When Angels Fall (1959) once more offers a change of pace. Apparently inspired by the report of an old woman’s death in a newspaper, Polanski takes the image of a urinal assistant and offers her increasingly bleak life in flashback. Strikingly, these reminisces are presented in colour, though as the woman progresses from the country to the city, and the flashbacks take in the events of World War II, the colours get gradually more muted (as though Polanski’s Thomas Hardy adaptation Tess had been suddenly invaded by Repulsion). Whilst not quite in the same league as some of the other shorts in the collection, When Angels Fall still shows Polanski to be an assured filmmaker, even at this early stage in his career. Indeed the sense of place he creates, especially in the framing scenes, is remarkable; it’s worth noting that in a Sight and Sound interview the director once stated that atmosphere “was the most important thing...in cinema. Without it, it’s all dialogue and movement.”
Perhaps the oddest short present, The Lamp (1959) is, according to the liner notes, the one film Polanski is reticent to discuss. The plot is remarkably simple, indeed it’s near non-existent: the workshop of a toy maker gradually catches fire and all the toys are destroyed. As with When Angels Fall, a remarkable sense of atmosphere is created with very little, though the lightweight quality it possesses leaves the viewer rather unfulfilled. That said, it offers a fascinating counterpoint to Walerian Borowczyk’s Renaissance or, more perversely, George Pal’s stop-animation shorts of the forties.
The final two pieces are perhaps the weakest. Both Mammals (1962, made after Knife in the Water) and The Fat Man and the Thin Man (1961) offer broad comedy in the vein of Richard Lester’s The Running, Jumping and Standing Still Film. I’ve always felt that Polanski’s comedies have been his poorest efforts (those which are entirely comic I should state, as many of his films always have comic edges - The Ninth Gate being only the most recent example), and whilst Dance of the Vampires in particular has its defenders, I still feel its pleasures lie primarily in its luscious cinematography. There are, of course, points of interest in each however: Mammals’ gag involving the bandages in the snow is cinema at its purest, so defiantly visual it must surely rank alongside the delightful silent The Miller and the Sweep, plus Polanski’s ever present cruelty is still in effect; and The Fat Man and the Thin Man is remarkable insofar as it still bears the strong imprint of the filmmaker despite Jean-Pierre Roussea serving as co-director. It also has the honour of being the first film that Polanski made outside of his native Poland, and the French location does create freshness.
British horror writer, and occasional filmmaker, Clive Barker once stated in reference to two of his early forays into cinema, The Forbidden and Salome, that the first works of a director offer a key into their psyche, presenting ideas that, whilst not fully formed, would be ever present in their more mature work. Indeed, this proves to be the case with these Polanski shorts, and Anchor Bay are to be congratulated for releasing one of the most fascinating home cinema releases since Connoisseur's collection of early Martin Scorsese films in the early nineties.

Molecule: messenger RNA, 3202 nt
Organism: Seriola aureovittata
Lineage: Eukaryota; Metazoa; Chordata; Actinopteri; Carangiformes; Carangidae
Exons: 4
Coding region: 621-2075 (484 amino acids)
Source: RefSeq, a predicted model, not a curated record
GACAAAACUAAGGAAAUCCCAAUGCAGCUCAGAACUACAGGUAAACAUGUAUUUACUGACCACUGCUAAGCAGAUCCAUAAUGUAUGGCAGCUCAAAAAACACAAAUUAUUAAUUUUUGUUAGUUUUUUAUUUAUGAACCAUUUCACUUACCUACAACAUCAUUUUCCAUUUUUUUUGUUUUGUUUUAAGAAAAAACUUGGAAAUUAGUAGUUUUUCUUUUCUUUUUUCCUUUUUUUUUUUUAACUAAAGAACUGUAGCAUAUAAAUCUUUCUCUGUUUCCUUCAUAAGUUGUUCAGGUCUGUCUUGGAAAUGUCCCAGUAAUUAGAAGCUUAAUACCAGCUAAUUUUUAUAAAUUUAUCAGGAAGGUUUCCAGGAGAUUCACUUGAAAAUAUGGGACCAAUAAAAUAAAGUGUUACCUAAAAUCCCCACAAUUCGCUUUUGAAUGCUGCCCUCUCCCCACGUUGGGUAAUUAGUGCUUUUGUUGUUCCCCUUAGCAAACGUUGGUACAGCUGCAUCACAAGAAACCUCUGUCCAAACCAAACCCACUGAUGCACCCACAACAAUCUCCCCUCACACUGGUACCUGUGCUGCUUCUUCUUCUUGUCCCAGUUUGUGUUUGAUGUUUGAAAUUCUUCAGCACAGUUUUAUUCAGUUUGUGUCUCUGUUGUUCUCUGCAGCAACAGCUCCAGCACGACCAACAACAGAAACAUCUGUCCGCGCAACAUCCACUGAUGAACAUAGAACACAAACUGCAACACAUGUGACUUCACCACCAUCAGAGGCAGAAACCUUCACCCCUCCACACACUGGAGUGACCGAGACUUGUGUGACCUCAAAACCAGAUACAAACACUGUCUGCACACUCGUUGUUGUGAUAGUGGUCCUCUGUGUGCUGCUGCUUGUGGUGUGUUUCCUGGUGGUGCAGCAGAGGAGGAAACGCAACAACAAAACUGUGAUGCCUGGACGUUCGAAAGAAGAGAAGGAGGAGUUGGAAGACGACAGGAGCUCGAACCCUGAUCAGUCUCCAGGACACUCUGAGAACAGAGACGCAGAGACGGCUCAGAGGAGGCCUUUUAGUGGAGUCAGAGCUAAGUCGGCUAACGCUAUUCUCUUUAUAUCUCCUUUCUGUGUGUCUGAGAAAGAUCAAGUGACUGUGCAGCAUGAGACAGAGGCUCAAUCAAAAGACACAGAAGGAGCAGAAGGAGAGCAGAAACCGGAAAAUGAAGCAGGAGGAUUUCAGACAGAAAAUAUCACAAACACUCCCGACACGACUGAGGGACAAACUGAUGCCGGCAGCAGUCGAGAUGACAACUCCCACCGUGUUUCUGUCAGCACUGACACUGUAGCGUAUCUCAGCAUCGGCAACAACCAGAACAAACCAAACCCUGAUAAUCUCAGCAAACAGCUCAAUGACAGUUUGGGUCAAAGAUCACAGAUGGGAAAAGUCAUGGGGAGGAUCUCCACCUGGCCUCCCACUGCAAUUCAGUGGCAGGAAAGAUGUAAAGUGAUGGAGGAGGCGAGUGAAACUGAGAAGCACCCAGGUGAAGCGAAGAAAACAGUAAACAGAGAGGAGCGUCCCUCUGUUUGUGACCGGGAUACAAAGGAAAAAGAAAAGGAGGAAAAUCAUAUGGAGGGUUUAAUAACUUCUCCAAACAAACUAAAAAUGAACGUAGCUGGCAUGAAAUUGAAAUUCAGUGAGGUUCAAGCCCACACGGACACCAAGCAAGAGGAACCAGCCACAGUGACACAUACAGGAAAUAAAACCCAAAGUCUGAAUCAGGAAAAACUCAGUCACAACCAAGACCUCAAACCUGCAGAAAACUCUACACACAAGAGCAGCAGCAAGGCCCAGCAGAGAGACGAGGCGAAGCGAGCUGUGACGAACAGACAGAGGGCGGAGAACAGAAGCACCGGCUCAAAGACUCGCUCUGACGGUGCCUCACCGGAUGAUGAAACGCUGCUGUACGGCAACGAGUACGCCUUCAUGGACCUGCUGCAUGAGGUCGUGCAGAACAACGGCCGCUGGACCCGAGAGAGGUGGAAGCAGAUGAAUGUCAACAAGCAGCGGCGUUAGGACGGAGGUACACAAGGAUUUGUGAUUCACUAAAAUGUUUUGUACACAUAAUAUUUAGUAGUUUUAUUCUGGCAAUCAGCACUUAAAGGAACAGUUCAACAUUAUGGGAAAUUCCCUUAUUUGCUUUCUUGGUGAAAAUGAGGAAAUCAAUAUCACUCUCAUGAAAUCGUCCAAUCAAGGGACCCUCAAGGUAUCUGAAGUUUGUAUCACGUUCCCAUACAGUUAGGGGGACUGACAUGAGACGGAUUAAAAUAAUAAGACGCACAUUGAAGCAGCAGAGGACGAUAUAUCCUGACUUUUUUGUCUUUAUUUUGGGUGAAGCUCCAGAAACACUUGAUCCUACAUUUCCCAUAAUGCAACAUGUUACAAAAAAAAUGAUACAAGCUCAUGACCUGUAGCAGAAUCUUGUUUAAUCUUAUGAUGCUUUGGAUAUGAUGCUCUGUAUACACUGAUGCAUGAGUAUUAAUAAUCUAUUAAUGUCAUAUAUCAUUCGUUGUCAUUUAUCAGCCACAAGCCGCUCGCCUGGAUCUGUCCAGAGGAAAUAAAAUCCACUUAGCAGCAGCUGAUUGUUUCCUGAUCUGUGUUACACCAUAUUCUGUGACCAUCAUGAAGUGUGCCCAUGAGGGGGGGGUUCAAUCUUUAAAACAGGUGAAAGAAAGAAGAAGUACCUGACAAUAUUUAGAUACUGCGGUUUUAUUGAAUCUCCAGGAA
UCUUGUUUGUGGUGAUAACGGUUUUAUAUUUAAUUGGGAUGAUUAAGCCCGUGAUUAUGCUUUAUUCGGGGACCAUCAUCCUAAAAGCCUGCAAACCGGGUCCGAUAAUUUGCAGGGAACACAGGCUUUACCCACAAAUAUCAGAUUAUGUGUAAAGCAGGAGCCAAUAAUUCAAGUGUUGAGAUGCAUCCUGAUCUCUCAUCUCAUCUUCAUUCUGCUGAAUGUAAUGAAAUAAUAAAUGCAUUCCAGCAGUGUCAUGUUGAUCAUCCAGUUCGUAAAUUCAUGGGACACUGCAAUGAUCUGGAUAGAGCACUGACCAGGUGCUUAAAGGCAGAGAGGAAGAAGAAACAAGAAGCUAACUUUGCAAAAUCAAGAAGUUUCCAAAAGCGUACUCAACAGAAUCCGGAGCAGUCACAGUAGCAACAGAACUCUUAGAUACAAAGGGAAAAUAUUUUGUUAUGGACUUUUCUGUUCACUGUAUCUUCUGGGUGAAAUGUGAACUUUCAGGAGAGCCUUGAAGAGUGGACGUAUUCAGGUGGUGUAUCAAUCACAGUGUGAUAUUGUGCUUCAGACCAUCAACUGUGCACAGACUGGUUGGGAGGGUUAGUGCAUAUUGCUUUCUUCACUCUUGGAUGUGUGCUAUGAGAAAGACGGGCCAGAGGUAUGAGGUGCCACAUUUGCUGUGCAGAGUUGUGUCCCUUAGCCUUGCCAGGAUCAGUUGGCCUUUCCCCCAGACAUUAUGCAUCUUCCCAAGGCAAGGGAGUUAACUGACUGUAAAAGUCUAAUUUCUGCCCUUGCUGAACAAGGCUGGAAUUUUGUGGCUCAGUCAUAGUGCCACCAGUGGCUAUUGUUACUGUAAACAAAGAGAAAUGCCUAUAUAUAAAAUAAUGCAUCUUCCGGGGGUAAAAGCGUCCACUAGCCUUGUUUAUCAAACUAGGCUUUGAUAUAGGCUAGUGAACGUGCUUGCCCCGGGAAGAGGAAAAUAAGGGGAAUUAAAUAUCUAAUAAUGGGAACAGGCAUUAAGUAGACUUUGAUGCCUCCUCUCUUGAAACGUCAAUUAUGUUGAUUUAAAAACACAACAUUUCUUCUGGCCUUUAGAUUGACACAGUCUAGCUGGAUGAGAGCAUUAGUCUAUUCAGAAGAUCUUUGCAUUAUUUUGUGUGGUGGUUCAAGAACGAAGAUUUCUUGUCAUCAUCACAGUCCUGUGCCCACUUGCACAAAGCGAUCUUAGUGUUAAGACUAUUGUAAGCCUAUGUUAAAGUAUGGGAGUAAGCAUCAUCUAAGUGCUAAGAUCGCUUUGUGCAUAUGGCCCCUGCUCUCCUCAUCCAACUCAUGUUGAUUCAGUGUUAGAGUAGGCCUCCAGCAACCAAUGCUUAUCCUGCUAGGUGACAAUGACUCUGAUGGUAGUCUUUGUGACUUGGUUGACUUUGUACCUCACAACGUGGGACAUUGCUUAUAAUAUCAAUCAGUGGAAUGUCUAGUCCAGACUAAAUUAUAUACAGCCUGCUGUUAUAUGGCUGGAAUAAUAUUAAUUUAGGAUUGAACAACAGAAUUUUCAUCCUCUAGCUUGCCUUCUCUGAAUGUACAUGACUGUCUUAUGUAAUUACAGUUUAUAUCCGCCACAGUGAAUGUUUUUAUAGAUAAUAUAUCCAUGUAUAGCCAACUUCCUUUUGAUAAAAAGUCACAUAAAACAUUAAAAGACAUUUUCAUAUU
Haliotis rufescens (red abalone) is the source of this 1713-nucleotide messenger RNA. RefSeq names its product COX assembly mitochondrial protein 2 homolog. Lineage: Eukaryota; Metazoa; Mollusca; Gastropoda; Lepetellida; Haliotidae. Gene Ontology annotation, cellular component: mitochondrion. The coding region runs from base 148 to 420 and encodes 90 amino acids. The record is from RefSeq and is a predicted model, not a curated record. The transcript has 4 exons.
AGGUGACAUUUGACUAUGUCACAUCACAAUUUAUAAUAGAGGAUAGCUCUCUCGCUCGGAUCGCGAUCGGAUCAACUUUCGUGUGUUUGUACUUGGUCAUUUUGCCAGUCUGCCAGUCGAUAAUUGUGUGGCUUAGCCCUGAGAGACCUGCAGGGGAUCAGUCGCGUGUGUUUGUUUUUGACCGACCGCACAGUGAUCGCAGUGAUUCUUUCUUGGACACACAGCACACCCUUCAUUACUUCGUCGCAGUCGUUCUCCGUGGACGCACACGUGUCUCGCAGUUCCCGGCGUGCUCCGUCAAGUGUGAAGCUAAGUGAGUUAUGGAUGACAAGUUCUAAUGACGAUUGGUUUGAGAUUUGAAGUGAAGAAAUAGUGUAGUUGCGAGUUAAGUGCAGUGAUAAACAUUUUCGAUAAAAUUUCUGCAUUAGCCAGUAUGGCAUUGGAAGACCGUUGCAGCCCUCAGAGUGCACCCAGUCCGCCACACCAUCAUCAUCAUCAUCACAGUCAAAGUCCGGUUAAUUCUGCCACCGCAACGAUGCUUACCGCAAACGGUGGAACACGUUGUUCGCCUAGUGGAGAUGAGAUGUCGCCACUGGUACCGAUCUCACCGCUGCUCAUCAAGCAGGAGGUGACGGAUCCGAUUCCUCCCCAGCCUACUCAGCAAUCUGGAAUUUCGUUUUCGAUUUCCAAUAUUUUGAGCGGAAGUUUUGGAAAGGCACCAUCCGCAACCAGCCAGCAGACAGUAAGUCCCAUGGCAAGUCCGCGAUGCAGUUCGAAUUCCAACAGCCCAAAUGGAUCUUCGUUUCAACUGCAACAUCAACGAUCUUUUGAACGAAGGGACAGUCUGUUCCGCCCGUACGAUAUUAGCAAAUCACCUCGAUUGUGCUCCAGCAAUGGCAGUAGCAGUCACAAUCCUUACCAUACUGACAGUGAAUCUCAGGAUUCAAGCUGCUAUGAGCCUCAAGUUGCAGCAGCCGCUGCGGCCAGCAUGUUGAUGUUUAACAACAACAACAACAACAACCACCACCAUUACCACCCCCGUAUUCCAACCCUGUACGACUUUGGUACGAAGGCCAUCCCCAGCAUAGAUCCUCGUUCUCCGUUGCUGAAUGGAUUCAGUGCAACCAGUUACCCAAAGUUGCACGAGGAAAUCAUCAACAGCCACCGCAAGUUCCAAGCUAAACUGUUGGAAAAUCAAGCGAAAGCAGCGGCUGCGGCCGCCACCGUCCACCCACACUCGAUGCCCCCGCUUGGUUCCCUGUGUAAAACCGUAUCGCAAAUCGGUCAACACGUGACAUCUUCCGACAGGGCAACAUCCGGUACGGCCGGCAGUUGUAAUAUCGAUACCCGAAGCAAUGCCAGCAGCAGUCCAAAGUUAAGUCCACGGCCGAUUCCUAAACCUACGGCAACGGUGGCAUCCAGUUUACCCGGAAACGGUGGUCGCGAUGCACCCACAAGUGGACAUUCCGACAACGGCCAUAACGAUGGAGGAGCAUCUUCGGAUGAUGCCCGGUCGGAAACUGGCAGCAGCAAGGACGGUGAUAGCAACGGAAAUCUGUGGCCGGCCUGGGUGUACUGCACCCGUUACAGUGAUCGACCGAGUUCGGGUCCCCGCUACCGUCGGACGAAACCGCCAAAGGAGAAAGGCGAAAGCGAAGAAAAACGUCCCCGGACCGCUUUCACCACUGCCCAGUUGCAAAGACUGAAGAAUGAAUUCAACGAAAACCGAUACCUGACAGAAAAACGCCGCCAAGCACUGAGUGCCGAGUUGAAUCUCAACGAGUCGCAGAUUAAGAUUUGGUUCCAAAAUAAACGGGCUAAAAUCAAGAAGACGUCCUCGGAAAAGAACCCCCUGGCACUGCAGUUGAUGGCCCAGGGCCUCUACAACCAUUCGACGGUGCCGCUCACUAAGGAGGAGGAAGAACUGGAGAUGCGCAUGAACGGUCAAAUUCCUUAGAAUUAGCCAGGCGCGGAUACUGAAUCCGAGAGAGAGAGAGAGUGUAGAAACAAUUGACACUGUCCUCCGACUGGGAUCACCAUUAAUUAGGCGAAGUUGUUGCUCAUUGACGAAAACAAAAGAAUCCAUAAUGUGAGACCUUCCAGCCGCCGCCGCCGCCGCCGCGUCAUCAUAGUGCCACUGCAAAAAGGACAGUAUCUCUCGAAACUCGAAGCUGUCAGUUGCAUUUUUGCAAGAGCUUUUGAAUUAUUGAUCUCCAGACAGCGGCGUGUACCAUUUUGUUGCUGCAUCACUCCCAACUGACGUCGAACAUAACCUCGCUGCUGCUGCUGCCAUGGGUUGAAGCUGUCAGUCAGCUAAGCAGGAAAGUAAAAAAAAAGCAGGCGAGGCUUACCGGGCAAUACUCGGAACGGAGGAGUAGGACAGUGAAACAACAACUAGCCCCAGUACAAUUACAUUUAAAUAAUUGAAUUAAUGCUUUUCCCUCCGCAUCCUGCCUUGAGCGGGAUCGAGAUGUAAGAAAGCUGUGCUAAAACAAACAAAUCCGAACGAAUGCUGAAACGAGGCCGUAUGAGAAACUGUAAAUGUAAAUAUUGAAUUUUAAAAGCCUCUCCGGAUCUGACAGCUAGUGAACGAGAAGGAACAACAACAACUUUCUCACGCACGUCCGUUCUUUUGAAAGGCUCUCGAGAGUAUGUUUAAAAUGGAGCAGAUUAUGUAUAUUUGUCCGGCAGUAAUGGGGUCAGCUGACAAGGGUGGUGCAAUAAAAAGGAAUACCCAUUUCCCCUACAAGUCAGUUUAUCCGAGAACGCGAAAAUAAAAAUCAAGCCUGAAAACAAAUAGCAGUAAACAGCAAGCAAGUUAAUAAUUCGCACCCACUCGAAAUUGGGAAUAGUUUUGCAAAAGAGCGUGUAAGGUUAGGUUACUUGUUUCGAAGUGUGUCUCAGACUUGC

Knife in the Water
Picture and Sound
Remarkably, all of the short films are presented with wonderful transfers. Anchor Bay inform me that the prints are all brand new telecines, and although the occasional scratches are evident, for the most part the films remain incredibly clean. The only short to offer any real problems is When Angels Fall, though this is only during its black and white sequences. That film's colour sequences, however, look consistently sharp throughout.
The audio for each short is monaural Dolby Digital 2.0. Each of the films feature minimal dialogue and instead rely on their wonderful jazz soundtracks, which sound fine throughout.
Each of the feature films offer their own extras on their individual discs (see separate reviews), and as these shorts are exclusive to the box-set, they're essential extras in themselves.
There is one bonus however, a glossy booklet featuring analyses of all the films by Daniel Bird, author of 'The Pocket Essential Polanski'. Illustrated with numerous stills, the information is constantly interesting and thankfully avoids the usual fluff. (Note, however, that Bird's discussion do contain complete synopses and therefore spoilers.)
Truly a contender for DVD release of the year. Not only have Anchor Bay presented three bona fide classics with perfect sound and picture, they've also unearthed a welter of Polanski's early work for which they are to be congratulated. Indeed, I would go as far as to say that this is Anchor Bay's strongest release to date, which is saying something considering they've been responsible for the likes of The Evil Dead's "Book of the Dead" DVD and the wonderful disc of The Living Dead at Manchester Morgue.